Ailsa Henderson

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Prof.
Ailsa
Henderson
Job Title: 
Head of Politics and International Relations at the University of Edinburgh
Organisation: 
University of Edinburgh
Email Address: 
Biography: 

Ailsa Henderson is Professor of Political Science and Head of Politics & International Relations at the University of Edinburgh. Originally from Windsor, Ontario, she has degrees from the Université d’Ottawa (BScSoc) and the University of Edinburgh (MSc, PhD) and completed her post-doctoral fellowship at the University of Toronto. She was an Assistant Professor at Wilfrid Laurier University and the University of Toronto before returning to the University of Edinburgh in 2007. From 2006-2007 she was the Working Groups Chair for the Ontario Citizens’ Assembly on Electoral Reform and is currently a member of the Local Government Boundary Commission for Scotland.

Professor Henderson researches comparative political behaviour and political culture in sub-state regions as well as civic engagement. She has published four books and over 30 articles and book chapters, including Hierarchies of Belonging: National Identity and Political Culture in Scotland and Quebec (McGill-Queen’s University Press 2007) and Citizenship After the Nation State: Regionalism, Nationalism and Public Attitudes in Europe (Palgrave 2013). A more complete list of publications is available here: http://www.pol.ed.ac.uk/people/academic_staff/henderson_ailsa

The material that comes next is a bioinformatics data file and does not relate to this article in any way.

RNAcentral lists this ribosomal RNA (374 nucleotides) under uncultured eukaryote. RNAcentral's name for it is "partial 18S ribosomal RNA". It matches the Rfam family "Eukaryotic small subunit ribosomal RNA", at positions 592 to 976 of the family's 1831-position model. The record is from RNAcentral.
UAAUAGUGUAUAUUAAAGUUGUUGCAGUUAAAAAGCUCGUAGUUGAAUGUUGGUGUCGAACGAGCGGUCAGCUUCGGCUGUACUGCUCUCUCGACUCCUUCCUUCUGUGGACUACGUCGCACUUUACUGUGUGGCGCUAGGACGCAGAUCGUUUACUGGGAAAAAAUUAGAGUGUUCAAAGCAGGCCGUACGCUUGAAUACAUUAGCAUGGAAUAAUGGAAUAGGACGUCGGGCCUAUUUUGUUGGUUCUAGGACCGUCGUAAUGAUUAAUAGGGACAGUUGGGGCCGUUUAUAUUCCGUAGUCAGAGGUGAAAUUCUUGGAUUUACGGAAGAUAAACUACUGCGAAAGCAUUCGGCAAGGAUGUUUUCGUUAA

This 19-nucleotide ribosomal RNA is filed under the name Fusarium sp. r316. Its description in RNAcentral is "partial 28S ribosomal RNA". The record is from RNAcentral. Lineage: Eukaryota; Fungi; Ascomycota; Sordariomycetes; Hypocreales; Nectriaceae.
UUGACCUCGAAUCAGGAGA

Professor Henderson is currently leading the political behaviour programme for the Scottish Centre on Constitutional Change, which includes the Risk and Constitutional Attitudes Survey, has been a co-investigator for all three rounds of the Future of England Survey and is principal investigator for the 2014 Scottish Referendum Survey.

Project Job Role: 
Public Opinion and Political Behaviour, Centre on Constitutional Change

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On 18 September Scottish residents will have the opportunity to vote in a referendum on independence.  There have been numerous surveys tracking voter attitudes to independence and the website What Scotland Thinks provides a useful resource on general trends. We know, for example, that while differe... Read more
Post type: Publication
Ailsa Henderson, Liam Delaney and Robert Liñeira discuss the findings of their report on Risk and Attitudes to Constitutional Change. The report is available for download here. Any referendum on independence must confront the issue of risk and loss. For some voters, the prospect of pursuing a radica... Read more
Post type: Blog entry
This post was originally published by The Spectator on 29 April 2014 There is now a significant chance that Ukip will top the European election poll in England. But while Ukip are also on course to win an MEP in Wales, if the results of new polling are borne out on 22 May, they would likely not win... Read more
Post type: Blog entry

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